To take an example: the 16th path, which is described as “The Triumphant and Eternal Intelligence. The delight of glory. The paradise of pleasure prepared for the just,” corresponds to the sephira which is at once:
Malkuth of Atziluth (the base of the divine world)
Tiphareth of Briah (the heart of the creative world), and
Kether of Yetzirah (the crown of the world of formation).
The full list is given below .
In addition to this arrangement of the 32 paths, Alan also treated the sephiroth on the central pillar as centres of ‘greater sephiroth’. These are shown as circles on the extended tree diagram above. So for example, the 16th path is at the centre of the greater sephira of Geburah, which also incorporates paths 13, 14, 15, 17 18 and 19.
The full list of greater sephiroth is given below .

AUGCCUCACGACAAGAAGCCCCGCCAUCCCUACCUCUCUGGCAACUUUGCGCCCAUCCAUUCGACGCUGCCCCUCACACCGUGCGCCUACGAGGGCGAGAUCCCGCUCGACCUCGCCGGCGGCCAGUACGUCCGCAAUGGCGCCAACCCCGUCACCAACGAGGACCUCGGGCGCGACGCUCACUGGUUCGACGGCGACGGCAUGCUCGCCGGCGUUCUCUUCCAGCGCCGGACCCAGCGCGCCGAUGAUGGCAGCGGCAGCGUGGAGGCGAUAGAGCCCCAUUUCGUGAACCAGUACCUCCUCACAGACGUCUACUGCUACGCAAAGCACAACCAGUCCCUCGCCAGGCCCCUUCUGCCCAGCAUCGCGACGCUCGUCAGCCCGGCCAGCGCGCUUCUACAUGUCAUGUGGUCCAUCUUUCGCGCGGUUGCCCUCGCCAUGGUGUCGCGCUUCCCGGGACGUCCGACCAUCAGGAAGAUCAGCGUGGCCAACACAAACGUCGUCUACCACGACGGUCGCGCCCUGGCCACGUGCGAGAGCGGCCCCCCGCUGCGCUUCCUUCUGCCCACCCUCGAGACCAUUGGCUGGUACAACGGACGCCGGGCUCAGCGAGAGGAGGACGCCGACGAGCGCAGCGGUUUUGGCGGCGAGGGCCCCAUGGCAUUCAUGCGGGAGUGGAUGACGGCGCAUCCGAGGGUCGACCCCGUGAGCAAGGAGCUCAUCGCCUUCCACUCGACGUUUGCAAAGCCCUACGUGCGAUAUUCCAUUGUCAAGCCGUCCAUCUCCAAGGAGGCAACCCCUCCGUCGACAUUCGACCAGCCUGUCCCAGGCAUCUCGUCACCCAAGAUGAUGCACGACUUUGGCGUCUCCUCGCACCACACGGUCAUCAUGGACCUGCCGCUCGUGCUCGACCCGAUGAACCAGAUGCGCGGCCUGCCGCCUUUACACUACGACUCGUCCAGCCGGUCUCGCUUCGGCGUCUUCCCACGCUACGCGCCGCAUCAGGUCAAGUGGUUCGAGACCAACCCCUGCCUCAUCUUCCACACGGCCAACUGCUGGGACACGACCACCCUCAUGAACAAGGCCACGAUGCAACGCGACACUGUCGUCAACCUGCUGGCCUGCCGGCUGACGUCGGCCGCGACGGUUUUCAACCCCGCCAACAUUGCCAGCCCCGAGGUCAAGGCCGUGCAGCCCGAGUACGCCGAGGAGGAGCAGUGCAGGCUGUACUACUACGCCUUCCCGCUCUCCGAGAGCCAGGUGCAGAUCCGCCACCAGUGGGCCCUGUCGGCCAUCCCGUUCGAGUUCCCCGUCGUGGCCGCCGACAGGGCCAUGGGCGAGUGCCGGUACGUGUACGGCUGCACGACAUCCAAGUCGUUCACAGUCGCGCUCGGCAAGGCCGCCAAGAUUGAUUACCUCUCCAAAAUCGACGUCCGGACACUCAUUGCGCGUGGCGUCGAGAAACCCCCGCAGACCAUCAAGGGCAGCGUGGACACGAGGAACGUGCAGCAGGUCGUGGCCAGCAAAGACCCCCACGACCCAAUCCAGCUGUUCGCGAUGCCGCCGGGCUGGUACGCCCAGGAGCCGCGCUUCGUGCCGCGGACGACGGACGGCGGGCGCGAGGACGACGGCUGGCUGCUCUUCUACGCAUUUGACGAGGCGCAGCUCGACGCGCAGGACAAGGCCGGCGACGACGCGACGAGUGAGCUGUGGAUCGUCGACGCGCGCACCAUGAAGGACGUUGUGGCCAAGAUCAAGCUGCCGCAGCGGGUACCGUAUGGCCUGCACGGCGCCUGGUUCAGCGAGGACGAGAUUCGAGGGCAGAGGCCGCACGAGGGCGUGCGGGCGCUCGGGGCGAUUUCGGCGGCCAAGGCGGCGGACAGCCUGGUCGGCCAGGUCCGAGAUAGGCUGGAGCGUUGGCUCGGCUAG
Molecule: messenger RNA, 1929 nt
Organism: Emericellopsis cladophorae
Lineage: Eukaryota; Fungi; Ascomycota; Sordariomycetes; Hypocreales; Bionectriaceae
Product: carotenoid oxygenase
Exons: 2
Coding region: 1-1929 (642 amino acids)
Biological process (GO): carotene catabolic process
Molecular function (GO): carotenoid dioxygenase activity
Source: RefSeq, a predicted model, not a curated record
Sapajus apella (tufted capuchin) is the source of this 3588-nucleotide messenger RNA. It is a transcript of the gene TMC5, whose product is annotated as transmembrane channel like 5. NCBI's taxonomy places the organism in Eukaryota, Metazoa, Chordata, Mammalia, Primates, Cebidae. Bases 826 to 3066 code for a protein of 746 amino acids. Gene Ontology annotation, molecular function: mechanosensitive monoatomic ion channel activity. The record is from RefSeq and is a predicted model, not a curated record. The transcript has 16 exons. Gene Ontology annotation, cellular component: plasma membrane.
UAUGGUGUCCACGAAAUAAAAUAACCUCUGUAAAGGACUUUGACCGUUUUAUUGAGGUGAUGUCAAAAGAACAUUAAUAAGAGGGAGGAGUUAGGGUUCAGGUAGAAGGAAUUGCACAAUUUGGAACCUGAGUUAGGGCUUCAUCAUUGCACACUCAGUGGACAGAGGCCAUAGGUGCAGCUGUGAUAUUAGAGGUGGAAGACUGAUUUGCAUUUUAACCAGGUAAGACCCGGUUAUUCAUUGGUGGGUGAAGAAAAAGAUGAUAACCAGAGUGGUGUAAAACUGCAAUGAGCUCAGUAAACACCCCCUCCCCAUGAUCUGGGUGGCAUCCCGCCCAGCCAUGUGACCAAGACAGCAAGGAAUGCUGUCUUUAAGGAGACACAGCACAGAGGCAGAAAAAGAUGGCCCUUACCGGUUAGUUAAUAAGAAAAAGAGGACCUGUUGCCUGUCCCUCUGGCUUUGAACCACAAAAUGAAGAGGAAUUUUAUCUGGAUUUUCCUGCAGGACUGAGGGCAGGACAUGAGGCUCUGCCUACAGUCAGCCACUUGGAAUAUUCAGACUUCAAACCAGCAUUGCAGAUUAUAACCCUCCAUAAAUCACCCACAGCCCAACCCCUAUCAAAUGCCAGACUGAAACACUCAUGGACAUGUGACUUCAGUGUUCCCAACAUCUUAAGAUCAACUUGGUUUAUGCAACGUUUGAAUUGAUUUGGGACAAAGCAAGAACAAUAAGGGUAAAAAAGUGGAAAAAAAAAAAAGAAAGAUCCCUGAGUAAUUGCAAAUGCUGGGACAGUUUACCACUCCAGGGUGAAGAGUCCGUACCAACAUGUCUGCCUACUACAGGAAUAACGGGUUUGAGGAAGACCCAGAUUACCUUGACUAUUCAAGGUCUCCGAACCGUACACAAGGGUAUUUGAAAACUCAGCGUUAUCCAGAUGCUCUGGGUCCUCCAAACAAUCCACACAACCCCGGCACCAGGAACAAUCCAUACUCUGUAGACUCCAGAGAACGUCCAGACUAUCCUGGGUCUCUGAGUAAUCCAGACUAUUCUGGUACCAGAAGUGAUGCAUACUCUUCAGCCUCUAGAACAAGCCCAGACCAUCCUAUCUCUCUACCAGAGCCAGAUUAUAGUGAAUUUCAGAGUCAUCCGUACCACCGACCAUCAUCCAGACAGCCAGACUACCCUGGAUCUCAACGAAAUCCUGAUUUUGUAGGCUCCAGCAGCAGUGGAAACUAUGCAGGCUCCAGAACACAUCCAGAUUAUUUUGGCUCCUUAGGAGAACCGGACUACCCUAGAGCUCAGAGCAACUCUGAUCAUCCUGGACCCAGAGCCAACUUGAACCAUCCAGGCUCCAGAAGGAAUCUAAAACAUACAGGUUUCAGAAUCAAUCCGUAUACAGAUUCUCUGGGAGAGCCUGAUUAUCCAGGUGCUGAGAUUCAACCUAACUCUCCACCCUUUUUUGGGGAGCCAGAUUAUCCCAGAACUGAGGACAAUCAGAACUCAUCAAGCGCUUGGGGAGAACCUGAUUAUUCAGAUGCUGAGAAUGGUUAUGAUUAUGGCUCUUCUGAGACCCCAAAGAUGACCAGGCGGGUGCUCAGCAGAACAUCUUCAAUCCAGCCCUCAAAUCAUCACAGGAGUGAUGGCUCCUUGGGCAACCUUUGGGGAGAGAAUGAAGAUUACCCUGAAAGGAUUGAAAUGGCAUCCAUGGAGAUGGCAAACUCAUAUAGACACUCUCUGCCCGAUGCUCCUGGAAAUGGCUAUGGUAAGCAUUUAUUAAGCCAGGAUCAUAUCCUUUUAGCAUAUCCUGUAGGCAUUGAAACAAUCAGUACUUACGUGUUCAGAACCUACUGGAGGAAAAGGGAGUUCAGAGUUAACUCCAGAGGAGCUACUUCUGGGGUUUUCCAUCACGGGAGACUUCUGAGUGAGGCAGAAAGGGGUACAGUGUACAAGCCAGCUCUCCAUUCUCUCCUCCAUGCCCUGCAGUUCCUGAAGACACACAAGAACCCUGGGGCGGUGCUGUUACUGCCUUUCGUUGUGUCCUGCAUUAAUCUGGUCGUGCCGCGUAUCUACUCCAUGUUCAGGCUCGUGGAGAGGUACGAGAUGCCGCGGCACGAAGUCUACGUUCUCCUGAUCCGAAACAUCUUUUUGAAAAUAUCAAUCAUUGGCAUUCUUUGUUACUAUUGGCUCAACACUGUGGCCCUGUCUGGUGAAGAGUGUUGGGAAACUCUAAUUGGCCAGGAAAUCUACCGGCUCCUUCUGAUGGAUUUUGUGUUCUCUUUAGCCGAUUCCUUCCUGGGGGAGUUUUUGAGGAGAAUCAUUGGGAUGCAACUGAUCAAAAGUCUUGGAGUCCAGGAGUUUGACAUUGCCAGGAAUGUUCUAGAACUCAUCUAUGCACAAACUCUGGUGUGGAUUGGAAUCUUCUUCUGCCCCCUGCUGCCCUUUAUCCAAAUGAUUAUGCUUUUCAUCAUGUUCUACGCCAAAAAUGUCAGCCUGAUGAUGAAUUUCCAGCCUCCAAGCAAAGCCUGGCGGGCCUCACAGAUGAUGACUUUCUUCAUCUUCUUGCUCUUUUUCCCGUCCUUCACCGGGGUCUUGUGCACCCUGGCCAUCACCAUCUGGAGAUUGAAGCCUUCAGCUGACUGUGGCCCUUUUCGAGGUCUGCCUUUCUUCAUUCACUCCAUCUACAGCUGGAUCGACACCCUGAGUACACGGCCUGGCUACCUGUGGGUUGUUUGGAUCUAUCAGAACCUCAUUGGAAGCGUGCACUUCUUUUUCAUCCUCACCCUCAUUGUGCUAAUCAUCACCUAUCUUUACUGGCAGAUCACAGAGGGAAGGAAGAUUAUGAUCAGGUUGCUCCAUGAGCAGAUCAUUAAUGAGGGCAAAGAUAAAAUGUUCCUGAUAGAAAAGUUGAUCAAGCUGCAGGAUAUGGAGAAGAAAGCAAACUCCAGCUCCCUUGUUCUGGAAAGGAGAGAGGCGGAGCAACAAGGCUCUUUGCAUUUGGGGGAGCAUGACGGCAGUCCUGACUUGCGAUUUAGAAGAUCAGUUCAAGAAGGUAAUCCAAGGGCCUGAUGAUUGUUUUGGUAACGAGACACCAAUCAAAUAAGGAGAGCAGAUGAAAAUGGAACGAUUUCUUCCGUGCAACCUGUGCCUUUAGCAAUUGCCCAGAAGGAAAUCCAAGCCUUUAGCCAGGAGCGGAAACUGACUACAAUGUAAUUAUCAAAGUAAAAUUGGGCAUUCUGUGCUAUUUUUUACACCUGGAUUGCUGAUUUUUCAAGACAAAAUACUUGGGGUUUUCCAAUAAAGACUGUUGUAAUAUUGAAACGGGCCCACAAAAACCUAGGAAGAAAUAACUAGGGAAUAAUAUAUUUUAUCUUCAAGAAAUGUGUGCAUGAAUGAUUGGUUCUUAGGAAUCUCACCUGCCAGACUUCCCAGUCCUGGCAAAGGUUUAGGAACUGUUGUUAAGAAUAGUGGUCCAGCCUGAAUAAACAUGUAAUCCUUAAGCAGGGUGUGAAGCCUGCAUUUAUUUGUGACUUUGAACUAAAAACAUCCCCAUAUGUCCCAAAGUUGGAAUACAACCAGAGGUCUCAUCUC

The Thirty Two Paths of Wisdom probably dates from the Gaonic period (7th-10th centuries), later than the Sepher Yetzirah itself (which is perhaps 200 C.E.). In the Western tradition, it seems to originate as an appendix to a Hebrew version of the Sepher Yetzirah by Joannes Stephanus Rittangelius in 1642. William Wynn Wescott’s translation is here: http://hermetic.com/texts/yetzirah.html, but Alan Bain used A E Waite’s translation given in his book The Holy Kabbalah.
 The full list of the Greater Sephiroth is as follows:
 The full list of the 32 paths is as follows:
|2||Illuminating Intelligence||Ain Soph|
|3||Sanctifying Intelligence||Ain Soph Aur|
|4||Arresting or Receiving Intelligence||Kether in Atziluth|
|5||Radical Intelligence||‘Hokma in Atziluth|